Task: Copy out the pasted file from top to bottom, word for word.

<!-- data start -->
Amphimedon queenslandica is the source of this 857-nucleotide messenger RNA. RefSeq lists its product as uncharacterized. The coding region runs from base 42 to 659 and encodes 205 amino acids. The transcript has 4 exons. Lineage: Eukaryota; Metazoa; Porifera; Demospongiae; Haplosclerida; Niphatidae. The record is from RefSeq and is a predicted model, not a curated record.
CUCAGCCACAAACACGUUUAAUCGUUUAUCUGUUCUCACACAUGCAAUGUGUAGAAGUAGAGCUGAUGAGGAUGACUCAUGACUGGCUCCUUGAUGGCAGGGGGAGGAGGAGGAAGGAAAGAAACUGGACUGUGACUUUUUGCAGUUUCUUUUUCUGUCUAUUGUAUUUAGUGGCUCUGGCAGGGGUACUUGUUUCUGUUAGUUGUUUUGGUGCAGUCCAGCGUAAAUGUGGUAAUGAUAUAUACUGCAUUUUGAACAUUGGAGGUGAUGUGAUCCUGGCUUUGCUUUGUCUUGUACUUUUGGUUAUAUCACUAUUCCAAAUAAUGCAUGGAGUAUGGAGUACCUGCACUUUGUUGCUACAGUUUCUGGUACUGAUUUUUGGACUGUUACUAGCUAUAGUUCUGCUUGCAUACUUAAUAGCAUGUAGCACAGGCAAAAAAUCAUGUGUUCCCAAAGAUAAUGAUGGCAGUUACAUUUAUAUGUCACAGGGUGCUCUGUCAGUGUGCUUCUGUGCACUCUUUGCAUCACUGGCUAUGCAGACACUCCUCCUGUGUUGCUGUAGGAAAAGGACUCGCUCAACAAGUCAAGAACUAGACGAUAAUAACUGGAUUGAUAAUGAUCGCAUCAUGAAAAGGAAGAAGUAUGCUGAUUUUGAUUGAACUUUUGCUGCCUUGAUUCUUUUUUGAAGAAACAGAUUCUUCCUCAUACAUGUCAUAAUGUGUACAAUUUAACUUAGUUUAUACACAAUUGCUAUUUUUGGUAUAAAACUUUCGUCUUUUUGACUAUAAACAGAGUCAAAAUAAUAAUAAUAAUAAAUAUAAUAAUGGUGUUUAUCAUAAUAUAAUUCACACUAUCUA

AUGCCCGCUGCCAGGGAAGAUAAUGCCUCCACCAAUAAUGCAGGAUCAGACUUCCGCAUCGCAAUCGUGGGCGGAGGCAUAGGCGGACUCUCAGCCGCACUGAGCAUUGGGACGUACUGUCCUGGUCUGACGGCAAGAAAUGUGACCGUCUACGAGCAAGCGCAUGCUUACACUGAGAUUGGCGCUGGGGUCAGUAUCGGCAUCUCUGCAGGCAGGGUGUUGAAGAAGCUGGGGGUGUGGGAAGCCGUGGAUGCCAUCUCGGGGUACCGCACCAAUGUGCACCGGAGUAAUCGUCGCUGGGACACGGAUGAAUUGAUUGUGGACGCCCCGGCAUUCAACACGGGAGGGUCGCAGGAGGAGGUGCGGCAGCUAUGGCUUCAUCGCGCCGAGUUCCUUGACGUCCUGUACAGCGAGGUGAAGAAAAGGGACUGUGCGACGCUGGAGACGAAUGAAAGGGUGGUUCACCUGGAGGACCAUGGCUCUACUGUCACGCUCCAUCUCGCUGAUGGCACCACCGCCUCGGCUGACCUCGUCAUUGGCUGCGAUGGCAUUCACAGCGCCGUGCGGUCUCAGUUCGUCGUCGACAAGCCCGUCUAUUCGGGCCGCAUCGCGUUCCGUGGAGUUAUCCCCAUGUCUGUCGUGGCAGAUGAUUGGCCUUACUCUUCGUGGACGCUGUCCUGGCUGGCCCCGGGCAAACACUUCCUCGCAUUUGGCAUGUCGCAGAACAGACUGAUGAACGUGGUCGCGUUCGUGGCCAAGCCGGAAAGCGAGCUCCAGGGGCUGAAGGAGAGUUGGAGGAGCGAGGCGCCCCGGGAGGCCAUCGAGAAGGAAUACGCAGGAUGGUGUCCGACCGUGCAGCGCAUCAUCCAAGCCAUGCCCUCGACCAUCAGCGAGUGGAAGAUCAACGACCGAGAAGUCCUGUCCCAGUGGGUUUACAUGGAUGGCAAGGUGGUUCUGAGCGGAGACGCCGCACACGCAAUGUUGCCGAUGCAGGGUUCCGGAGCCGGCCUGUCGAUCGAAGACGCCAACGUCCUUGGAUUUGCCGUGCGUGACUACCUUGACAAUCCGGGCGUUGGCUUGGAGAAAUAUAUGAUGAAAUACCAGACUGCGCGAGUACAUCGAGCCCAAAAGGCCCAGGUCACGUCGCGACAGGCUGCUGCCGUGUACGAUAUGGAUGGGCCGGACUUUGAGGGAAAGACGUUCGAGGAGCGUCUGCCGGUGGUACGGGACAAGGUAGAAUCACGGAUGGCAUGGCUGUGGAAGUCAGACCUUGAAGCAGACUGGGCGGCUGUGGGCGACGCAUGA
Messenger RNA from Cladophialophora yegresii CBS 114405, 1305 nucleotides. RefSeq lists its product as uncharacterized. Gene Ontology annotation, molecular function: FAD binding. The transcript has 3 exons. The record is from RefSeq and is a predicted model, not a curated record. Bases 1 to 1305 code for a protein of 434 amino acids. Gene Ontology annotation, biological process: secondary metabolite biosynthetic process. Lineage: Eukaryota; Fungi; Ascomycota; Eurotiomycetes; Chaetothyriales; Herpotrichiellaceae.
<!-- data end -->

Amphimedon queenslandica is the source of this 857-nucleotide messenger RNA. RefSeq lists its product as uncharacterized. The coding region runs from base 42 to 659 and encodes 205 amino acids. The transcript has 4 exons. Lineage: Eukaryota; Metazoa; Porifera; Demospongiae; Haplosclerida; Niphatidae. The record is from RefSeq and is a predicted model, not a curated record.
CUCAGCCACAAACACGUUUAAUCGUUUAUCUGUUCUCACACAUGCAAUGUGUAGAAGUAGAGCUGAUGAGGAUGACUCAUGACUGGCUCCUUGAUGGCAGGGGGAGGAGGAGGAAGGAAAGAAACUGGACUGUGACUUUUUGCAGUUUCUUUUUCUGUCUAUUGUAUUUAGUGGCUCUGGCAGGGGUACUUGUUUCUGUUAGUUGUUUUGGUGCAGUCCAGCGUAAAUGUGGUAAUGAUAUAUACUGCAUUUUGAACAUUGGAGGUGAUGUGAUCCUGGCUUUGCUUUGUCUUGUACUUUUGGUUAUAUCACUAUUCCAAAUAAUGCAUGGAGUAUGGAGUACCUGCACUUUGUUGCUACAGUUUCUGGUACUGAUUUUUGGACUGUUACUAGCUAUAGUUCUGCUUGCAUACUUAAUAGCAUGUAGCACAGGCAAAAAAUCAUGUGUUCCCAAAGAUAAUGAUGGCAGUUACAUUUAUAUGUCACAGGGUGCUCUGUCAGUGUGCUUCUGUGCACUCUUUGCAUCACUGGCUAUGCAGACACUCCUCCUGUGUUGCUGUAGGAAAAGGACUCGCUCAACAAGUCAAGAACUAGACGAUAAUAACUGGAUUGAUAAUGAUCGCAUCAUGAAAAGGAAGAAGUAUGCUGAUUUUGAUUGAACUUUUGCUGCCUUGAUUCUUUUUUGAAGAAACAGAUUCUUCCUCAUACAUGUCAUAAUGUGUACAAUUUAACUUAGUUUAUACACAAUUGCUAUUUUUGGUAUAAAACUUUCGUCUUUUUGACUAUAAACAGAGUCAAAAUAAUAAUAAUAAUAAAUAUAAUAAUGGUGUUUAUCAUAAUAUAAUUCACACUAUCUA

AUGCCCGCUGCCAGGGAAGAUAAUGCCUCCACCAAUAAUGCAGGAUCAGACUUCCGCAUCGCAAUCGUGGGCGGAGGCAUAGGCGGACUCUCAGCCGCACUGAGCAUUGGGACGUACUGUCCUGGUCUGACGGCAAGAAAUGUGACCGUCUACGAGCAAGCGCAUGCUUACACUGAGAUUGGCGCUGGGGUCAGUAUCGGCAUCUCUGCAGGCAGGGUGUUGAAGAAGCUGGGGGUGUGGGAAGCCGUGGAUGCCAUCUCGGGGUACCGCACCAAUGUGCACCGGAGUAAUCGUCGCUGGGACACGGAUGAAUUGAUUGUGGACGCCCCGGCAUUCAACACGGGAGGGUCGCAGGAGGAGGUGCGGCAGCUAUGGCUUCAUCGCGCCGAGUUCCUUGACGUCCUGUACAGCGAGGUGAAGAAAAGGGACUGUGCGACGCUGGAGACGAAUGAAAGGGUGGUUCACCUGGAGGACCAUGGCUCUACUGUCACGCUCCAUCUCGCUGAUGGCACCACCGCCUCGGCUGACCUCGUCAUUGGCUGCGAUGGCAUUCACAGCGCCGUGCGGUCUCAGUUCGUCGUCGACAAGCCCGUCUAUUCGGGCCGCAUCGCGUUCCGUGGAGUUAUCCCCAUGUCUGUCGUGGCAGAUGAUUGGCCUUACUCUUCGUGGACGCUGUCCUGGCUGGCCCCGGGCAAACACUUCCUCGCAUUUGGCAUGUCGCAGAACAGACUGAUGAACGUGGUCGCGUUCGUGGCCAAGCCGGAAAGCGAGCUCCAGGGGCUGAAGGAGAGUUGGAGGAGCGAGGCGCCCCGGGAGGCCAUCGAGAAGGAAUACGCAGGAUGGUGUCCGACCGUGCAGCGCAUCAUCCAAGCCAUGCCCUCGACCAUCAGCGAGUGGAAGAUCAACGACCGAGAAGUCCUGUCCCAGUGGGUUUACAUGGAUGGCAAGGUGGUUCUGAGCGGAGACGCCGCACACGCAAUGUUGCCGAUGCAGGGUUCCGGAGCCGGCCUGUCGAUCGAAGACGCCAACGUCCUUGGAUUUGCCGUGCGUGACUACCUUGACAAUCCGGGCGUUGGCUUGGAGAAAUAUAUGAUGAAAUACCAGACUGCGCGAGUACAUCGAGCCCAAAAGGCCCAGGUCACGUCGCGACAGGCUGCUGCCGUGUACGAUAUGGAUGGGCCGGACUUUGAGGGAAAGACGUUCGAGGAGCGUCUGCCGGUGGUACGGGACAAGGUAGAAUCACGGAUGGCAUGGCUGUGGAAGUCAGACCUUGAAGCAGACUGGGCGGCUGUGGGCGACGCAUGA
Messenger RNA from Cladophialophora yegresii CBS 114405, 1305 nucleotides. RefSeq lists its product as uncharacterized. Gene Ontology annotation, molecular function: FAD binding. The transcript has 3 exons. The record is from RefSeq and is a predicted model, not a curated record. Bases 1 to 1305 code for a protein of 434 amino acids. Gene Ontology annotation, biological process: secondary metabolite biosynthetic process. Lineage: Eukaryota; Fungi; Ascomycota; Eurotiomycetes; Chaetothyriales; Herpotrichiellaceae.